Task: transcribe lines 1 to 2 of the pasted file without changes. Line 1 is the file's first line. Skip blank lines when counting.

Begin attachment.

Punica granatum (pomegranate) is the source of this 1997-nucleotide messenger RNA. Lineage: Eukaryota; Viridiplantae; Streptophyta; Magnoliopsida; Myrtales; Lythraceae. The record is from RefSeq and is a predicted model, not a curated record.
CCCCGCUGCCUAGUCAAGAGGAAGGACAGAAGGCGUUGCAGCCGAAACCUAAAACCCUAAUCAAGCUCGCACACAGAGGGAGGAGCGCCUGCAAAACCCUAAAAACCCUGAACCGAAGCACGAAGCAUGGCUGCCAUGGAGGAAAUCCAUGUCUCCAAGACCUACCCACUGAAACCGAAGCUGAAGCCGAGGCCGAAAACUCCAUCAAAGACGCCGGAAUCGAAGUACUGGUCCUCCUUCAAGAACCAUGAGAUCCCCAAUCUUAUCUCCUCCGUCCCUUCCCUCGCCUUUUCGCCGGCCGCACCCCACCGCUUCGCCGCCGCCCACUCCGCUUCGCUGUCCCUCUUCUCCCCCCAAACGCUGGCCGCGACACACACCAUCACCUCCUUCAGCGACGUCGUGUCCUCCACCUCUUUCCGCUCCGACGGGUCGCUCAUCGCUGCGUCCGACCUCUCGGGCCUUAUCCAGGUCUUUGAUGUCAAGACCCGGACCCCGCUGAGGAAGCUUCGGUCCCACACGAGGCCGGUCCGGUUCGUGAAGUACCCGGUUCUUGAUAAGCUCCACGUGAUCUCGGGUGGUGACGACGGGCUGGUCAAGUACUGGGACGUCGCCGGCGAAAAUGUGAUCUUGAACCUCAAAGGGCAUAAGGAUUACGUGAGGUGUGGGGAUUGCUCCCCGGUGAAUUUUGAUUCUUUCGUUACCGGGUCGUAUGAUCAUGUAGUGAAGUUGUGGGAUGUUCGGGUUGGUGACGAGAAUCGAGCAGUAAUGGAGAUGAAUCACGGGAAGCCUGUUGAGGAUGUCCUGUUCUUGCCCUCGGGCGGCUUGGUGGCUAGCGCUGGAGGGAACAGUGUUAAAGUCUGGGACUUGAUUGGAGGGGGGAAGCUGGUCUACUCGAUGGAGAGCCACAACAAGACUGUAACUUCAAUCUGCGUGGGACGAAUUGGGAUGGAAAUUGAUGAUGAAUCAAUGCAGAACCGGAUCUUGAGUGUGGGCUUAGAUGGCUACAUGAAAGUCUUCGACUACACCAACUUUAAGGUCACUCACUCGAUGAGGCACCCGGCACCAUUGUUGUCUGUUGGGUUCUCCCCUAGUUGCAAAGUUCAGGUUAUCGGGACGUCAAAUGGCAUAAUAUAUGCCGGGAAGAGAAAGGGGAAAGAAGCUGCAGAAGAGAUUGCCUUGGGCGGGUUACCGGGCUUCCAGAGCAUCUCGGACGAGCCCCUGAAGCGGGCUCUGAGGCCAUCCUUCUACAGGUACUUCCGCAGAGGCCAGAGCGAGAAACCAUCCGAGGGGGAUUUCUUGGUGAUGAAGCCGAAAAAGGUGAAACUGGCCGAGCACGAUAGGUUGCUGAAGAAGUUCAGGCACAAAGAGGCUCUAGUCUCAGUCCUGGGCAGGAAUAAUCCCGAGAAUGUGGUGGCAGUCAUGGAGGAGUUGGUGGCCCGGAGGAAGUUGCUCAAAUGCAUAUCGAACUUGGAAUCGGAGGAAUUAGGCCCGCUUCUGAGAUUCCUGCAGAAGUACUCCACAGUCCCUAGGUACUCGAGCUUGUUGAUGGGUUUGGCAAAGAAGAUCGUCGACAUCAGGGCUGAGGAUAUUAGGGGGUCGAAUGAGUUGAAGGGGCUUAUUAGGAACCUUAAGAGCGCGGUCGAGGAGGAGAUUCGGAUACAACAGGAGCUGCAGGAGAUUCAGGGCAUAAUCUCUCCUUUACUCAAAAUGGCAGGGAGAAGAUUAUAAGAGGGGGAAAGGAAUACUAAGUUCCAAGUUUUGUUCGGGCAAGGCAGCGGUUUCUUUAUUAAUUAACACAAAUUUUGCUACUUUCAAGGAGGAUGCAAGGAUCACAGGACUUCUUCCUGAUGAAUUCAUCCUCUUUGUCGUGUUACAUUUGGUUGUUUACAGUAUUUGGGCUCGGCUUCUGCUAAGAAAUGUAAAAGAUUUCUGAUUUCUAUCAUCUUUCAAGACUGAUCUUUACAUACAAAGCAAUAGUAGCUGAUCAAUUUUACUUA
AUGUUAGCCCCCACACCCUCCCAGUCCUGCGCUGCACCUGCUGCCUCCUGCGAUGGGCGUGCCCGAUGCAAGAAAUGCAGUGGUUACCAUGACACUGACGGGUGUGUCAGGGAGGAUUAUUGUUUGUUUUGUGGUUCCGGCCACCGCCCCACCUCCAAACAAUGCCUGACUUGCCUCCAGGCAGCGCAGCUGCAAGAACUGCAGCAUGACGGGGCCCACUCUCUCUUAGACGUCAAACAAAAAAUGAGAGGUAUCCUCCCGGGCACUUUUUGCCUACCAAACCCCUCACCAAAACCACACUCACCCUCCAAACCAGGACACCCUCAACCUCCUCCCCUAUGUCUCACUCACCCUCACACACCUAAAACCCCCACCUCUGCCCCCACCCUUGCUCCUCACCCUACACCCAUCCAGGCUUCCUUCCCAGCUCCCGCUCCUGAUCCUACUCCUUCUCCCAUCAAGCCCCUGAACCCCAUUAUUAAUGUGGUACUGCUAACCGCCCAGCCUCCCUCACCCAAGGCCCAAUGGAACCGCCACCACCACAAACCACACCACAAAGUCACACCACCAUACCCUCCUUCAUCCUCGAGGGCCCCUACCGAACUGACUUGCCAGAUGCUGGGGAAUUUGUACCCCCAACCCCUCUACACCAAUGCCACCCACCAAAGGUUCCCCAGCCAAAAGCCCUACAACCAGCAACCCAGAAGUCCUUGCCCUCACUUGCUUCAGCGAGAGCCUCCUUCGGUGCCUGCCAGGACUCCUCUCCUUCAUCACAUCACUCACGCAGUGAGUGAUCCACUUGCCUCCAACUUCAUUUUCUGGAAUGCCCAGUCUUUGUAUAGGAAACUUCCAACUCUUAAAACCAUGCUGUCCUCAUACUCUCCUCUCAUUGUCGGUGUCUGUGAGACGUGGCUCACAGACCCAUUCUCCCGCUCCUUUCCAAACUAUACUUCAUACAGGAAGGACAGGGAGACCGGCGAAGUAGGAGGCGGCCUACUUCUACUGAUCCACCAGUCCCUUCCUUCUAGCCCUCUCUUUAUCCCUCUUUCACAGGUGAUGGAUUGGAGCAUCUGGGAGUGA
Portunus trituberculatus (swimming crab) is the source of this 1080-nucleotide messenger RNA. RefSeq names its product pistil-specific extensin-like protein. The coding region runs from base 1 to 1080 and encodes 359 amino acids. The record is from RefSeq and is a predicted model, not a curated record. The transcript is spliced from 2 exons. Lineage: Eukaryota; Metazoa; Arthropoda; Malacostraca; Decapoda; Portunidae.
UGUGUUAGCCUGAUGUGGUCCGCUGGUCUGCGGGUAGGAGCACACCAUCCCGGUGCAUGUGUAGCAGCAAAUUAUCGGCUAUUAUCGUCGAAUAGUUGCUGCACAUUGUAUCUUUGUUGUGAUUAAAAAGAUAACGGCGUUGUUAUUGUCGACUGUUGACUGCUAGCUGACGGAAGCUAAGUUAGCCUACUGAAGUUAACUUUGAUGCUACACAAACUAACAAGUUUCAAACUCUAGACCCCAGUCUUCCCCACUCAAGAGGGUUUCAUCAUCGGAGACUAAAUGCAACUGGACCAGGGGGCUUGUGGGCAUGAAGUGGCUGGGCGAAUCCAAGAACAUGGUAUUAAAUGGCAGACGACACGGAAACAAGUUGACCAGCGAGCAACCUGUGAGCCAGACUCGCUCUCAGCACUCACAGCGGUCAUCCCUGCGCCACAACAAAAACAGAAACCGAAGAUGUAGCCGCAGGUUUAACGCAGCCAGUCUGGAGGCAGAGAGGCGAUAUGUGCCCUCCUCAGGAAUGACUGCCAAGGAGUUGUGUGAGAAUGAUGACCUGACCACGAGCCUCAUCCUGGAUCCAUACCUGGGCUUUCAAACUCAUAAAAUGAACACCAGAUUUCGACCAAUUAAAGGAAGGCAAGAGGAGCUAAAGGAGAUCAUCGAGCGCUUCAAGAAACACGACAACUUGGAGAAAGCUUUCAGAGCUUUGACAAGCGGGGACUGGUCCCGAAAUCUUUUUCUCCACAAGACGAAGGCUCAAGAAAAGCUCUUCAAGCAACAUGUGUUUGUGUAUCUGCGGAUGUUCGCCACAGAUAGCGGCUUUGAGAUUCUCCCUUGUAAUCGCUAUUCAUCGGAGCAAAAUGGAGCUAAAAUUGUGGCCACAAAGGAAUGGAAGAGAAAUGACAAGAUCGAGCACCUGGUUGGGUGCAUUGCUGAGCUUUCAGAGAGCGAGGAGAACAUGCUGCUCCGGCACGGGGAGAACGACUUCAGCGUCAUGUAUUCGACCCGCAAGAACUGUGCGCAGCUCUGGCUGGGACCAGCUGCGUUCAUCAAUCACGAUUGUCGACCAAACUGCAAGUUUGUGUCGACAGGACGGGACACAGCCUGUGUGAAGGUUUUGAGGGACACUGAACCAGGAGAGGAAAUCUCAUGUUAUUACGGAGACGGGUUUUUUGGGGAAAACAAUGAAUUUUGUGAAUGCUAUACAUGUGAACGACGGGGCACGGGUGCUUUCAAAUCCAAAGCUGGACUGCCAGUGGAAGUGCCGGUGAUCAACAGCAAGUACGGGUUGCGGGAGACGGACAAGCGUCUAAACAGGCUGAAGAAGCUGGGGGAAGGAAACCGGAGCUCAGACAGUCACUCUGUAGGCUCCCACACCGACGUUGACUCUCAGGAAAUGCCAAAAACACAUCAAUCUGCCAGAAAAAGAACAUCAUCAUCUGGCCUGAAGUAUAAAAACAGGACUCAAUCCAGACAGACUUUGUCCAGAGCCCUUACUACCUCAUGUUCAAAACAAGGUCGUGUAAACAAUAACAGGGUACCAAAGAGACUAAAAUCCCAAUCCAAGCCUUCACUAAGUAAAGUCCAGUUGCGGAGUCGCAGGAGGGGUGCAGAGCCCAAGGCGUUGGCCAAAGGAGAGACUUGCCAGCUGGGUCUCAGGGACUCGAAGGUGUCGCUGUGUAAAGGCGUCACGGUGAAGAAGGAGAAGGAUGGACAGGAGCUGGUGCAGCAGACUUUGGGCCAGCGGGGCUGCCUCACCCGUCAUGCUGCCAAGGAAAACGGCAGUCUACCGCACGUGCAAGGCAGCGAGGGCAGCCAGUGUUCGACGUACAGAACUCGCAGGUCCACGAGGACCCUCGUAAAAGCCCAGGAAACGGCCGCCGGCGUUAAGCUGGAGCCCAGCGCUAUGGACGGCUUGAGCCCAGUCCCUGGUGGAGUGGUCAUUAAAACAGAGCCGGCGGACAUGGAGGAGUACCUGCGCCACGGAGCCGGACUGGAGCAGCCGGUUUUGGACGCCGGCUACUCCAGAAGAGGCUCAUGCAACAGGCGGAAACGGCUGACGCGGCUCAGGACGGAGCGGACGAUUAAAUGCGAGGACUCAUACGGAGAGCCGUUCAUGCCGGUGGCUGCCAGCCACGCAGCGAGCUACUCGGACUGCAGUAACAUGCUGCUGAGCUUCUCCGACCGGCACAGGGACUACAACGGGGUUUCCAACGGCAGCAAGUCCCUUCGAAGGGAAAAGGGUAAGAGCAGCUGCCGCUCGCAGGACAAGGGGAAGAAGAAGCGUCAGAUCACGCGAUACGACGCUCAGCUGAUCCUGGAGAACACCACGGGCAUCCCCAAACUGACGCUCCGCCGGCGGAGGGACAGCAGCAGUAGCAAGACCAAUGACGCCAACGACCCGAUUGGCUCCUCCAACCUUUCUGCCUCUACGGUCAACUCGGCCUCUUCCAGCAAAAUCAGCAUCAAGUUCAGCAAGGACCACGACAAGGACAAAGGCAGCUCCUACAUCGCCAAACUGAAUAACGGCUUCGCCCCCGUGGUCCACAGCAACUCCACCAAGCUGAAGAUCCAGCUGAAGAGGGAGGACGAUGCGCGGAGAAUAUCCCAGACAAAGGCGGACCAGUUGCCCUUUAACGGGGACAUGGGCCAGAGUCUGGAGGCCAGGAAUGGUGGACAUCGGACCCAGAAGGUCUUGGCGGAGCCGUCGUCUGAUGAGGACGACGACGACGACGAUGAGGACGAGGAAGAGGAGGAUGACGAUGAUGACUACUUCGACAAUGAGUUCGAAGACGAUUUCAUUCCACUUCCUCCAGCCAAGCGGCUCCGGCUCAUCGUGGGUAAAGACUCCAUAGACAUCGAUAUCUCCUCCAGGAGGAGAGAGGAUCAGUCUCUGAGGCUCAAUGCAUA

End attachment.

Punica granatum (pomegranate) is the source of this 1997-nucleotide messenger RNA. Lineage: Eukaryota; Viridiplantae; Streptophyta; Magnoliopsida; Myrtales; Lythraceae. The record is from RefSeq and is a predicted model, not a curated record.
CCCCGCUGCCUAGUCAAGAGGAAGGACAGAAGGCGUUGCAGCCGAAACCUAAAACCCUAAUCAAGCUCGCACACAGAGGGAGGAGCGCCUGCAAAACCCUAAAAACCCUGAACCGAAGCACGAAGCAUGGCUGCCAUGGAGGAAAUCCAUGUCUCCAAGACCUACCCACUGAAACCGAAGCUGAAGCCGAGGCCGAAAACUCCAUCAAAGACGCCGGAAUCGAAGUACUGGUCCUCCUUCAAGAACCAUGAGAUCCCCAAUCUUAUCUCCUCCGUCCCUUCCCUCGCCUUUUCGCCGGCCGCACCCCACCGCUUCGCCGCCGCCCACUCCGCUUCGCUGUCCCUCUUCUCCCCCCAAACGCUGGCCGCGACACACACCAUCACCUCCUUCAGCGACGUCGUGUCCUCCACCUCUUUCCGCUCCGACGGGUCGCUCAUCGCUGCGUCCGACCUCUCGGGCCUUAUCCAGGUCUUUGAUGUCAAGACCCGGACCCCGCUGAGGAAGCUUCGGUCCCACACGAGGCCGGUCCGGUUCGUGAAGUACCCGGUUCUUGAUAAGCUCCACGUGAUCUCGGGUGGUGACGACGGGCUGGUCAAGUACUGGGACGUCGCCGGCGAAAAUGUGAUCUUGAACCUCAAAGGGCAUAAGGAUUACGUGAGGUGUGGGGAUUGCUCCCCGGUGAAUUUUGAUUCUUUCGUUACCGGGUCGUAUGAUCAUGUAGUGAAGUUGUGGGAUGUUCGGGUUGGUGACGAGAAUCGAGCAGUAAUGGAGAUGAAUCACGGGAAGCCUGUUGAGGAUGUCCUGUUCUUGCCCUCGGGCGGCUUGGUGGCUAGCGCUGGAGGGAACAGUGUUAAAGUCUGGGACUUGAUUGGAGGGGGGAAGCUGGUCUACUCGAUGGAGAGCCACAACAAGACUGUAACUUCAAUCUGCGUGGGACGAAUUGGGAUGGAAAUUGAUGAUGAAUCAAUGCAGAACCGGAUCUUGAGUGUGGGCUUAGAUGGCUACAUGAAAGUCUUCGACUACACCAACUUUAAGGUCACUCACUCGAUGAGGCACCCGGCACCAUUGUUGUCUGUUGGGUUCUCCCCUAGUUGCAAAGUUCAGGUUAUCGGGACGUCAAAUGGCAUAAUAUAUGCCGGGAAGAGAAAGGGGAAAGAAGCUGCAGAAGAGAUUGCCUUGGGCGGGUUACCGGGCUUCCAGAGCAUCUCGGACGAGCCCCUGAAGCGGGCUCUGAGGCCAUCCUUCUACAGGUACUUCCGCAGAGGCCAGAGCGAGAAACCAUCCGAGGGGGAUUUCUUGGUGAUGAAGCCGAAAAAGGUGAAACUGGCCGAGCACGAUAGGUUGCUGAAGAAGUUCAGGCACAAAGAGGCUCUAGUCUCAGUCCUGGGCAGGAAUAAUCCCGAGAAUGUGGUGGCAGUCAUGGAGGAGUUGGUGGCCCGGAGGAAGUUGCUCAAAUGCAUAUCGAACUUGGAAUCGGAGGAAUUAGGCCCGCUUCUGAGAUUCCUGCAGAAGUACUCCACAGUCCCUAGGUACUCGAGCUUGUUGAUGGGUUUGGCAAAGAAGAUCGUCGACAUCAGGGCUGAGGAUAUUAGGGGGUCGAAUGAGUUGAAGGGGCUUAUUAGGAACCUUAAGAGCGCGGUCGAGGAGGAGAUUCGGAUACAACAGGAGCUGCAGGAGAUUCAGGGCAUAAUCUCUCCUUUACUCAAAAUGGCAGGGAGAAGAUUAUAAGAGGGGGAAAGGAAUACUAAGUUCCAAGUUUUGUUCGGGCAAGGCAGCGGUUUCUUUAUUAAUUAACACAAAUUUUGCUACUUUCAAGGAGGAUGCAAGGAUCACAGGACUUCUUCCUGAUGAAUUCAUCCUCUUUGUCGUGUUACAUUUGGUUGUUUACAGUAUUUGGGCUCGGCUUCUGCUAAGAAAUGUAAAAGAUUUCUGAUUUCUAUCAUCUUUCAAGACUGAUCUUUACAUACAAAGCAAUAGUAGCUGAUCAAUUUUACUUA